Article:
Centre for Theoretical Cosmology News

CTC to host Summer School on Gravitational Waves

Gravitational Wave Astrophysics is at the dawn of what will become one of the great scientific endeavours of the 21st century.

The first detection of gravitational waves in 2015, awarded the 2017 Nobel Prize in Physics, has been a revolutionary step forward in physics and astronomy by opening a totally new window for the exploration of the universe. LIGO and Virgo have by now detected ten black-hole binaries and the binary neutron star merger GW170817 that was observed simultaneously across the entire electromagnetic spectrum. Through these observations, the new field of Gravitational Wave Astronomy has already yielded new insights ranging from the origin of the heaviest elements, a new estimate of the Hubble constant, and unprecedented constraints on modifications of general relativity. Few areas offer a more compelling argument for interdisciplinary research, combining multi-messenger astronomy with technical mathematical theory and simulation, as well as sophisticated statistical data analysis.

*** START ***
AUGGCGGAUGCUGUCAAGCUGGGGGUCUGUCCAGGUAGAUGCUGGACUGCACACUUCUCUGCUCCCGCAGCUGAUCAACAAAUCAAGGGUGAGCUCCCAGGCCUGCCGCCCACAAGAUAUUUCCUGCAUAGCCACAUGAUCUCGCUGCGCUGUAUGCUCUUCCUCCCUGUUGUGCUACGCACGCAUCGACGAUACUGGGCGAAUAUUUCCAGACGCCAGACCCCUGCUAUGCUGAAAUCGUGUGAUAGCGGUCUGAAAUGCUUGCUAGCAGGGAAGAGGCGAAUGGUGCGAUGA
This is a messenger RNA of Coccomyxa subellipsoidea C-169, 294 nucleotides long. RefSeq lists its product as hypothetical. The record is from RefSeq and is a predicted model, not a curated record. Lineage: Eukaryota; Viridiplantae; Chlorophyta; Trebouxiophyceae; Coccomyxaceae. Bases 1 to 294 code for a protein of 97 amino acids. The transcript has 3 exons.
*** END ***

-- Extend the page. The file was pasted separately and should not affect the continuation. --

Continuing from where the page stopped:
Gravitational wave physics has also triggered a widespread interest and excitement among students and the new generations of young scientists, who will soon constitute the backbone of each research institute willing to develop research in this area. The Kavli Institute of Cosmology at Cambridge, together with support from the EU's RISE project "Strong Gravity and High-Energy Physics", will hold a summer school on gravitational waves at the Centre for Mathematical Sciences from Sep 23-27, 2019.


This school will introduce young scientists to cutting-edge methods and technology to explore our universe through this new observational channel. For this purpose, we bring together world-leading experts to review the state-of-the-art and beyond in the modelling of gravitational wave sources, the theoretical foundations underlying their physics and that of their astrophysical environment as well as the challenges in the acquisition and analysis of observational data. From analytic methods to computations on supercomputers and from astrophysics to the theoretical framework of gravity, the new and upcoming generation of new scientists will receive extensive training in all aspects of one of the most exciting and rapidly growing research fields of our era.